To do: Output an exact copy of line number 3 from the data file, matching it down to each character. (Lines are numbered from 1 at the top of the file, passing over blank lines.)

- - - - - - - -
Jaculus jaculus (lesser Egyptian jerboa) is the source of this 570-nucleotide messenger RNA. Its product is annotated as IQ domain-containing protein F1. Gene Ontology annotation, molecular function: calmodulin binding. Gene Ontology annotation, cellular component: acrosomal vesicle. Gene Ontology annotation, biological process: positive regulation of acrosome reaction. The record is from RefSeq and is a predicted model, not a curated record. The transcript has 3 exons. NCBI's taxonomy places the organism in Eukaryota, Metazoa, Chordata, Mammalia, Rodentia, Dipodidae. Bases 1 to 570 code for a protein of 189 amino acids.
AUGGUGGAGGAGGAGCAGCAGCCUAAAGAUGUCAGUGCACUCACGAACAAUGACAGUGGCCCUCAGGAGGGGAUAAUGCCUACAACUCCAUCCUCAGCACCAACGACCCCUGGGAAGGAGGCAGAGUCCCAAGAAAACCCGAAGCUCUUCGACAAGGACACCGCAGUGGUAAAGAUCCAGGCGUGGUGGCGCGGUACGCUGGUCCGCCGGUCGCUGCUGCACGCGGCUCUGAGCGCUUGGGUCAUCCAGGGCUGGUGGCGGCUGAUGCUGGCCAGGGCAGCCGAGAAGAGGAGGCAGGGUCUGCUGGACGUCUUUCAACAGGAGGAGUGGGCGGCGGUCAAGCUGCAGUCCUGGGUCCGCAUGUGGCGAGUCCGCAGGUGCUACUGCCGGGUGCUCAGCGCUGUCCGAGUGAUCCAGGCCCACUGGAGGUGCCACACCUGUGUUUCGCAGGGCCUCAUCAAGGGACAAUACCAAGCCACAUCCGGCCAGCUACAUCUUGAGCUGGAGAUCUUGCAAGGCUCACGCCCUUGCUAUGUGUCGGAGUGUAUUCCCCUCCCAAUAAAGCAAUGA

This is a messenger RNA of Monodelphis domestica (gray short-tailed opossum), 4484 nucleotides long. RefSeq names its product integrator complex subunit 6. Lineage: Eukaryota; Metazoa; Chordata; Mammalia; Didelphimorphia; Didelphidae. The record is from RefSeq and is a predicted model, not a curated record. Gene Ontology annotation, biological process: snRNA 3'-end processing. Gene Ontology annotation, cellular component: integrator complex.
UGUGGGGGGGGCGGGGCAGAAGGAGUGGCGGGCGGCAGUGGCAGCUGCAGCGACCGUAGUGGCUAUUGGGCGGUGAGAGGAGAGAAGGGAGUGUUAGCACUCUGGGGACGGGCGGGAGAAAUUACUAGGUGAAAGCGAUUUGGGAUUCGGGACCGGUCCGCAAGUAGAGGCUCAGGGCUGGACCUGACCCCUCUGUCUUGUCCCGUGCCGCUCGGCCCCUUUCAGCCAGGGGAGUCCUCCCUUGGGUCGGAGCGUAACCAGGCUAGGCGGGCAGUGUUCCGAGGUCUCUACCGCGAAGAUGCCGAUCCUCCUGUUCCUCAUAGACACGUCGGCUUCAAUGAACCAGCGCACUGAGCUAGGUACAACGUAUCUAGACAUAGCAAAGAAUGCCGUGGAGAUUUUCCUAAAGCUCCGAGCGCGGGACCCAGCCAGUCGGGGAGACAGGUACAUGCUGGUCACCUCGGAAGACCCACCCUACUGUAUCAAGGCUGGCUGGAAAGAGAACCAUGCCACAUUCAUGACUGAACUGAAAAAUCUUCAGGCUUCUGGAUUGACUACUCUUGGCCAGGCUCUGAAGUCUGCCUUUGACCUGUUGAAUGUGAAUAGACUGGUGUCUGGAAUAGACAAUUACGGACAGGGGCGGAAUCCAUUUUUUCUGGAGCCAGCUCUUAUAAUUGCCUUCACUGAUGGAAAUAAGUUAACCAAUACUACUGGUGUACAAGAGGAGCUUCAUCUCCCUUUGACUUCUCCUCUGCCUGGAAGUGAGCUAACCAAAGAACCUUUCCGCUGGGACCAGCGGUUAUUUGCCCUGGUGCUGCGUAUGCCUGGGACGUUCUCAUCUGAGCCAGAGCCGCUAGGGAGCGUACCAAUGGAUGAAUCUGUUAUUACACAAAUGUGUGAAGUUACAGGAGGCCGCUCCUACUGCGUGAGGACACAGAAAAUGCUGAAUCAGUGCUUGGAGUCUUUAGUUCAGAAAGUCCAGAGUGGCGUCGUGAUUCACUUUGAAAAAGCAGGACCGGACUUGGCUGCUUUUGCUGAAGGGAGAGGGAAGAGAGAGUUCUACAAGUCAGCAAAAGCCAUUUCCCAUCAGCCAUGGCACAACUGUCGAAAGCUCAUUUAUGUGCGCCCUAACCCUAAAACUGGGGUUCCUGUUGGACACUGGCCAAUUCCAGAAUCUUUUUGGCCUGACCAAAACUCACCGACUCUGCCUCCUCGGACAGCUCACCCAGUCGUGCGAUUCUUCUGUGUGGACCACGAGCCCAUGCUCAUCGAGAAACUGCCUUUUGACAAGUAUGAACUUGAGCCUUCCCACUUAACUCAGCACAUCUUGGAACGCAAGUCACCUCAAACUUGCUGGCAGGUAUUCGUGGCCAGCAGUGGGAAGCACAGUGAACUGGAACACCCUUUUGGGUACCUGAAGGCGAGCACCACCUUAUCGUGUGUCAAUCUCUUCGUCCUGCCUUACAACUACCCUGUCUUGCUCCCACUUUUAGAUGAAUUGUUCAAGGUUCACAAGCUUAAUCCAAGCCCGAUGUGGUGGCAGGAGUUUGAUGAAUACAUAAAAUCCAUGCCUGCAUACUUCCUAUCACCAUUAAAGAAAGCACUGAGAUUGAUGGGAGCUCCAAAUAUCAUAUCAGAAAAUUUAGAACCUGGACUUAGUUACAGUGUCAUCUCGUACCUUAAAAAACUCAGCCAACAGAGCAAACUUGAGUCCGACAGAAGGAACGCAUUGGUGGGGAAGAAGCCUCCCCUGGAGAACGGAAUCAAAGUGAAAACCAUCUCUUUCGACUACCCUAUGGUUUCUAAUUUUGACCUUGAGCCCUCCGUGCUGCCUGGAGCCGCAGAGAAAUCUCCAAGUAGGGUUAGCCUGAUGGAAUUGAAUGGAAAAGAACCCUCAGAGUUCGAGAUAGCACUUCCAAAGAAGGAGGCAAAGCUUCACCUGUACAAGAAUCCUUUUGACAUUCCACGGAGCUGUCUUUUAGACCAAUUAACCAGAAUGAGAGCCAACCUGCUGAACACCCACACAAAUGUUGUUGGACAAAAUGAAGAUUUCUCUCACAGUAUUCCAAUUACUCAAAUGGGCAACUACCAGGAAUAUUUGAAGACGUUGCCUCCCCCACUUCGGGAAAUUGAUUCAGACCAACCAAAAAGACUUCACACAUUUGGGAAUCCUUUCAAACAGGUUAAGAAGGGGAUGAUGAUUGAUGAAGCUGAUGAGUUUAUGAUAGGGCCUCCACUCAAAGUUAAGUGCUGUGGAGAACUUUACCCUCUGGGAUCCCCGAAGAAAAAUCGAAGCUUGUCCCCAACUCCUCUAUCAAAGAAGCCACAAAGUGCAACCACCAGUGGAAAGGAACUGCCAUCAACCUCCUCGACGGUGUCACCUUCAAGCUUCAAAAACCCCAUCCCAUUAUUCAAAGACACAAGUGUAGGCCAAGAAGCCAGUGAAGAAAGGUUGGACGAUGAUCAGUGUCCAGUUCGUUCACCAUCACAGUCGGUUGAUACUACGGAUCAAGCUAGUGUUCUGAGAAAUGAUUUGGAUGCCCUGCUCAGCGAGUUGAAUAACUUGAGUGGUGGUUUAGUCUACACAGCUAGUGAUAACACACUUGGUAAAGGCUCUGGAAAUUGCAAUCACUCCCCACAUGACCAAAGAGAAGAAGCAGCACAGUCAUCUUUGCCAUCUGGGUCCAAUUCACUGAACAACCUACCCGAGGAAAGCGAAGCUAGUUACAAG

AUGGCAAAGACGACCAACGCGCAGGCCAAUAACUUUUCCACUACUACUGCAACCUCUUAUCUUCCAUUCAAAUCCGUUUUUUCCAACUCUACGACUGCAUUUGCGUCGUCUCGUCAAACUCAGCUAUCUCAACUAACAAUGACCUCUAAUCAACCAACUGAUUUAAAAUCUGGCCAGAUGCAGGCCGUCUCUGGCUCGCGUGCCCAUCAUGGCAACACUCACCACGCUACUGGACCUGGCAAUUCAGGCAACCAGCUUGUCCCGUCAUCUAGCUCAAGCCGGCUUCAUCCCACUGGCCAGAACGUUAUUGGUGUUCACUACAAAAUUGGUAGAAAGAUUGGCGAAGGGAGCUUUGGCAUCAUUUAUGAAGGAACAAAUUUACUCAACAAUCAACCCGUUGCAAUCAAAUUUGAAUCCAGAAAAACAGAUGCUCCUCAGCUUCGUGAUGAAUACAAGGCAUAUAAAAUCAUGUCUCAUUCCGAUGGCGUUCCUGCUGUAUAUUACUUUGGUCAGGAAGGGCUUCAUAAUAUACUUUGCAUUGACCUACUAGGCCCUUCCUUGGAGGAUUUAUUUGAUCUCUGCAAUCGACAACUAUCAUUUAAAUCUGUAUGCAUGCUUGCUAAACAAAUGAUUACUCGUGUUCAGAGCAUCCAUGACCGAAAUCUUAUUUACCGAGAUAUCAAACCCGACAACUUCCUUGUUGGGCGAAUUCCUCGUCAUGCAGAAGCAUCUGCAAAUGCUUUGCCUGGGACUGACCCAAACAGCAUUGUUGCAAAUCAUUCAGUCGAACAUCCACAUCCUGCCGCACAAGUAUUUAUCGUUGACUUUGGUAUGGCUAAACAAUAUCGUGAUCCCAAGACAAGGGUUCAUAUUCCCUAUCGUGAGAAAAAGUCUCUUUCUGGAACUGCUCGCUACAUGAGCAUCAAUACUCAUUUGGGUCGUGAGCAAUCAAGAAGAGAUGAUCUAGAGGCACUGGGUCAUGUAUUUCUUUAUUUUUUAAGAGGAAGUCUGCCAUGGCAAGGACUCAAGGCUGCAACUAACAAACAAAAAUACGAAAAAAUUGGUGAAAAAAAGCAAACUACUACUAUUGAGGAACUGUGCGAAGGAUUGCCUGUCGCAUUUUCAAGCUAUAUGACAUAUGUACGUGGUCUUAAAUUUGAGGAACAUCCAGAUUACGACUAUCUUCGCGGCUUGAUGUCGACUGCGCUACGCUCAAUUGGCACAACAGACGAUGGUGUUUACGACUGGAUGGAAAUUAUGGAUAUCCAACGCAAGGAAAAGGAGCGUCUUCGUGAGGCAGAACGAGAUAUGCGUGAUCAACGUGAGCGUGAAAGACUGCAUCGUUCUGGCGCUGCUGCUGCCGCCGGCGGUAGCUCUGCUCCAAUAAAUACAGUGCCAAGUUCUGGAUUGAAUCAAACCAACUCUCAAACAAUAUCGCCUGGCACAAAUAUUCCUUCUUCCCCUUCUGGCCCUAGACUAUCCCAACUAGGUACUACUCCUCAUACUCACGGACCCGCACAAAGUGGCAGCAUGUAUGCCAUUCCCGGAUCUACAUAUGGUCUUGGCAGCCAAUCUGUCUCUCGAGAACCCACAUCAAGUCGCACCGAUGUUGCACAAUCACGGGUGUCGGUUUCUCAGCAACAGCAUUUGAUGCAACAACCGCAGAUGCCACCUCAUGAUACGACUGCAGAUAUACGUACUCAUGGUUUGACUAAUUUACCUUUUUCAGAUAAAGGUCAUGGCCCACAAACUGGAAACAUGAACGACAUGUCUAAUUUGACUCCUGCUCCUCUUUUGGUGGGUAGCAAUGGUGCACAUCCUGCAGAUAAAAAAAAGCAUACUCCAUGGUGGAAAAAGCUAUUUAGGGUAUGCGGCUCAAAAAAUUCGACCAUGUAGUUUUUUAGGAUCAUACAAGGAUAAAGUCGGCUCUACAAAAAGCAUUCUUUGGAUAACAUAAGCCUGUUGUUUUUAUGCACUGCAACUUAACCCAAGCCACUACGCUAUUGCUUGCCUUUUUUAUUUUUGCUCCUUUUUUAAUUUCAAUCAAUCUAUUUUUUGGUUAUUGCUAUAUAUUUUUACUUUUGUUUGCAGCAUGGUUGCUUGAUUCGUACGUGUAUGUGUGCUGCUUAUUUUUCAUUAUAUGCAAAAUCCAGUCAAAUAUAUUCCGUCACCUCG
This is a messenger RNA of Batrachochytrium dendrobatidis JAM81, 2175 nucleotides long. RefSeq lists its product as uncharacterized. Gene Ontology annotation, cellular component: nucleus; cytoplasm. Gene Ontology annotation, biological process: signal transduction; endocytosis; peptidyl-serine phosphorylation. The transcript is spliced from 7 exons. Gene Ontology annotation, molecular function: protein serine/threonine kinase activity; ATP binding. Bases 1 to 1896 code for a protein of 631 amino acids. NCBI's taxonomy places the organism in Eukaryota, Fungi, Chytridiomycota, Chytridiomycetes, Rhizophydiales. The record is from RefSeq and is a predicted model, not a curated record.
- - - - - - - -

This is a messenger RNA of Monodelphis domestica (gray short-tailed opossum), 4484 nucleotides long. RefSeq names its product integrator complex subunit 6. Lineage: Eukaryota; Metazoa; Chordata; Mammalia; Didelphimorphia; Didelphidae. The record is from RefSeq and is a predicted model, not a curated record. Gene Ontology annotation, biological process: snRNA 3'-end processing. Gene Ontology annotation, cellular component: integrator complex.